Frank H. Cicerale
August 1, 2008

Before we turned a wrench, wielded a spray gun, or installed a body component, we checked out the parts that Roush shipped to us. For starters, the kit can be ordered in two different versions-one coming with the rear wing and the other without. We chose the kit with the rear wing. We got the 411 from Eric King, a customer service representative at Roush Performance, who previously served duty installing the parts in the shop on the cars Roush built for sale. "The body components are made of a urethane material that is similar to the factory body component's hardness," Eric says. "The front fascia is a bit thicker, but for the most part, the Roush components were molded to be a factory-style part."

Our kit came with the front bumper and included a foglight kit, a set of side skirts with exhaust openings, a rear wing and pedestals, and right -and left-side rear valances. "The more parts we offer, the better business will be for us here at Roush," Eric says. "The body kit is very popular, and has always been one of the products we offer that has been in high demand. All of the parts can be ordered separately or, obviously, together as a kit. We have two different kits simply because some people like the Roush wing, while others like the factory GT wing, or they go with the wing-delete option."

One thing we couldn't get away with was keeping the exhaust system that was already on Ice Box, as the Roush body kit requires the use of its side-exit exhaust system, which is not part of the body kit. "The kit is only offered to be used with the side-exit exhaust system," Eric states. For those wondering if there will be a kit that doesn't require the side-exit exhaust, you're up a creek without a paddle, as there are no plans to offer a body kit that doesn't require the side-exit system. "The exhaust is more of a styling cue that Jack himself wanted than it is for performance," Eric says. "The system is offered with two types of mufflers depending on the customer's sound choice, and while it will pick up some power over the factory exhaust system, like I said, it was a performance part that was designed more with styling in mind. Also, the exhaust is a 50-state emissions legal system."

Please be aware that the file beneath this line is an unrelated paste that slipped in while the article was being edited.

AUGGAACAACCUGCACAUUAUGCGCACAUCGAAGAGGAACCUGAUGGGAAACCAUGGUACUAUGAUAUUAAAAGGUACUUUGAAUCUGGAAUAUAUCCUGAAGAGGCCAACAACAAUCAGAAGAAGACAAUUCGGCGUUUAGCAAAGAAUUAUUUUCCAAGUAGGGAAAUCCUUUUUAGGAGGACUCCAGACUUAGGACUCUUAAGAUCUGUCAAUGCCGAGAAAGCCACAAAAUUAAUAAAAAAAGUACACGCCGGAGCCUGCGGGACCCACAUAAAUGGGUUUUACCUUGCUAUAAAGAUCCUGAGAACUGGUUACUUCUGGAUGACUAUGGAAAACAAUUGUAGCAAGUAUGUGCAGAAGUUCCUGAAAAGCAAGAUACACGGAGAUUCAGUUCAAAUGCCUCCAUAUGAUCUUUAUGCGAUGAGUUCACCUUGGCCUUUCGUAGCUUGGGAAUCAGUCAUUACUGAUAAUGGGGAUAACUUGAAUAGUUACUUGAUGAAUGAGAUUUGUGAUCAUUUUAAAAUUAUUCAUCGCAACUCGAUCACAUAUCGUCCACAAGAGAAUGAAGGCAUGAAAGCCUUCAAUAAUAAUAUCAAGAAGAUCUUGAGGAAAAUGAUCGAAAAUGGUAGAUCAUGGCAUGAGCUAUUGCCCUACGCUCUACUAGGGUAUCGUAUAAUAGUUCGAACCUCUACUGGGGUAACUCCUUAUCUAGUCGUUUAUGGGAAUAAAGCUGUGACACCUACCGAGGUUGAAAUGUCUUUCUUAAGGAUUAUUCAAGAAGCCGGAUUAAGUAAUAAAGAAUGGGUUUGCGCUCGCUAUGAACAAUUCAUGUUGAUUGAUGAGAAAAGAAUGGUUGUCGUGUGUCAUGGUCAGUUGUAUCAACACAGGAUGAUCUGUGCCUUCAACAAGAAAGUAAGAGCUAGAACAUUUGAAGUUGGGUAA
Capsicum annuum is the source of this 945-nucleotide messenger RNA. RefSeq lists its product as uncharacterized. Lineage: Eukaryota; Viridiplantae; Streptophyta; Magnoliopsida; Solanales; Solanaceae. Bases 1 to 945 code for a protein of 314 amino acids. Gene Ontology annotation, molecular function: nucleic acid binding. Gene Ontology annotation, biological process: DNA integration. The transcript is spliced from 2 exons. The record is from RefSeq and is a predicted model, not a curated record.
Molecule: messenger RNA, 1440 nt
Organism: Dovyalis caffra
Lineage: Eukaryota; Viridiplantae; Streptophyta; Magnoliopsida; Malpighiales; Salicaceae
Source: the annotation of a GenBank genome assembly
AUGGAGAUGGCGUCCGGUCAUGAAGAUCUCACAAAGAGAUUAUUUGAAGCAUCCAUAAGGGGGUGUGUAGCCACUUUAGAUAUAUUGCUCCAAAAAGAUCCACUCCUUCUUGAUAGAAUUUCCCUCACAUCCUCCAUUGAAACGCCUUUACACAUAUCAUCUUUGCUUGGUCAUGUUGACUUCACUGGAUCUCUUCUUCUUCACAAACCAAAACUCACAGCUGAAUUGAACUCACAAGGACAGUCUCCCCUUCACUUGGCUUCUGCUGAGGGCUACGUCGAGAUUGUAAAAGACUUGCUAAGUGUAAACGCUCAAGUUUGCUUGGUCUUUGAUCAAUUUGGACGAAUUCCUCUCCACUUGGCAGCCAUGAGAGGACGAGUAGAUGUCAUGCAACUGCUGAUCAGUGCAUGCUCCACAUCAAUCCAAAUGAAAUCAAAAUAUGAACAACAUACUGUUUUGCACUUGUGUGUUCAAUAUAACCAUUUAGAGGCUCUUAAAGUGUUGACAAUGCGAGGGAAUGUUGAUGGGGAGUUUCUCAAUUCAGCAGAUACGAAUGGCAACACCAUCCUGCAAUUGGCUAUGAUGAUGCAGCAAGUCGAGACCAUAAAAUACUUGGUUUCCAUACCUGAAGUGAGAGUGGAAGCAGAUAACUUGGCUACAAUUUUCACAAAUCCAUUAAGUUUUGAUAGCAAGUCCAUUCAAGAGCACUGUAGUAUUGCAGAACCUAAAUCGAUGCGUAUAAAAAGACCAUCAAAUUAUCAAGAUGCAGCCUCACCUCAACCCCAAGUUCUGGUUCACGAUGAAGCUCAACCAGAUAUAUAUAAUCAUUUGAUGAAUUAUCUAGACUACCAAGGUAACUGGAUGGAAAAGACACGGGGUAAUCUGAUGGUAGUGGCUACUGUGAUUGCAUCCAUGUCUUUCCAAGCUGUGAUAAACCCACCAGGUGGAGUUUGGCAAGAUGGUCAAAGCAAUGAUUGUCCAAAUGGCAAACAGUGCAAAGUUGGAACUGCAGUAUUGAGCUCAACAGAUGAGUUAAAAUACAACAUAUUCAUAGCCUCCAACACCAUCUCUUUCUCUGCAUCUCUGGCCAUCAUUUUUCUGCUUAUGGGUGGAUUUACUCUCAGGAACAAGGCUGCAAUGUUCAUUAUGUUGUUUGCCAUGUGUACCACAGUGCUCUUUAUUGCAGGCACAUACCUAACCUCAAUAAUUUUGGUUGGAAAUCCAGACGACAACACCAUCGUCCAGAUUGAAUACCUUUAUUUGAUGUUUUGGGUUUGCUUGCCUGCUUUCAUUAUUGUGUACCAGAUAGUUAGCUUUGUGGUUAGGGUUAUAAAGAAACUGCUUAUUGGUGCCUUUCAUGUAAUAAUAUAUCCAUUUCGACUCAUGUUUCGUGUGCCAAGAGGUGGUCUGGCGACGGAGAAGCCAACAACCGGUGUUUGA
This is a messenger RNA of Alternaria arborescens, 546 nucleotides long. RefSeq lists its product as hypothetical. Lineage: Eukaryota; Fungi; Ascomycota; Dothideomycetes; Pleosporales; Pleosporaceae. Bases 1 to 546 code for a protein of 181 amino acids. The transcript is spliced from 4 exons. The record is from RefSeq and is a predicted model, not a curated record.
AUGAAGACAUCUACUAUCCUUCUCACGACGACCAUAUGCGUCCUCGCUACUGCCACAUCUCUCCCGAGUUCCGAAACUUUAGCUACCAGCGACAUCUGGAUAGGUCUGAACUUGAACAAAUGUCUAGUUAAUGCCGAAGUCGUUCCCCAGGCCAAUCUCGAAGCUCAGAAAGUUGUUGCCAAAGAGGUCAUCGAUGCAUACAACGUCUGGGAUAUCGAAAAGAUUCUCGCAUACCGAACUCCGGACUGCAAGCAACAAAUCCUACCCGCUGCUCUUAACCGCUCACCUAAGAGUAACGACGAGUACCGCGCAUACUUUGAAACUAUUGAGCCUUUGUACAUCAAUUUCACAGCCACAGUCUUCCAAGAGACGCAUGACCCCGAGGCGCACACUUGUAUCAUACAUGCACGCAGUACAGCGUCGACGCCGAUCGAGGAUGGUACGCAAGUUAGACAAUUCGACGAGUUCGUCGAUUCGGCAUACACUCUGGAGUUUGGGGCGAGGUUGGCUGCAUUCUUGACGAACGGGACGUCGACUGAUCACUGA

Since Ice Box's wheels had seen better days, and, more importantly, we were installing a Roush body kit, it was only natural that we went with a set of 18-inch Roush-emblazoned wheels. The chrome five-spoke wheels are of the '03-'04 design. The '01-'02 wheels had the Roush name in raised letters, while the '03-'04 rims have the name laser-etched into the wheel. The raised-letter wheels have been discontinued, so we received the laser-etched set. Sizing for the rims came in at 18 inches, and we transferred the nearly new Nitto tires from the old rims to the new ones. "Our 18-inch wheels clear just about anything," Eric says. "They clear our 14-inch big brake kit fairly easily. The only thing that may need to be done is the addition of a 3/8-inch or 10mm rack spacer to clear a larger sway bar. If the stock sway bar is still in use, then the factory steering rack spacer will be adequate."

With all of our questions answered and with parts in hand, we drove Ice Box to Motor City to let the transformation begin. Disassembly began with the removal of the front bumper and front inner fenderwells. The rear bumper was removed next, followed by the lone remaining side skirt and the rear wing. In addition, the wheels were taken off to facilitate removing the tires and transferring them to the new Roush rims.

With the old parts off of the car, the crew at Motor City set about fitting the new front bumper and side skirts. "You want the new parts to fit like factory parts," says Motor City's proprietor Manny Costeira. "You don't want a fitment problem after the parts have been sanded, primed, and painted. If there's a fitment problem, you're going to have to press on the parts, and that will cause the clear to crack."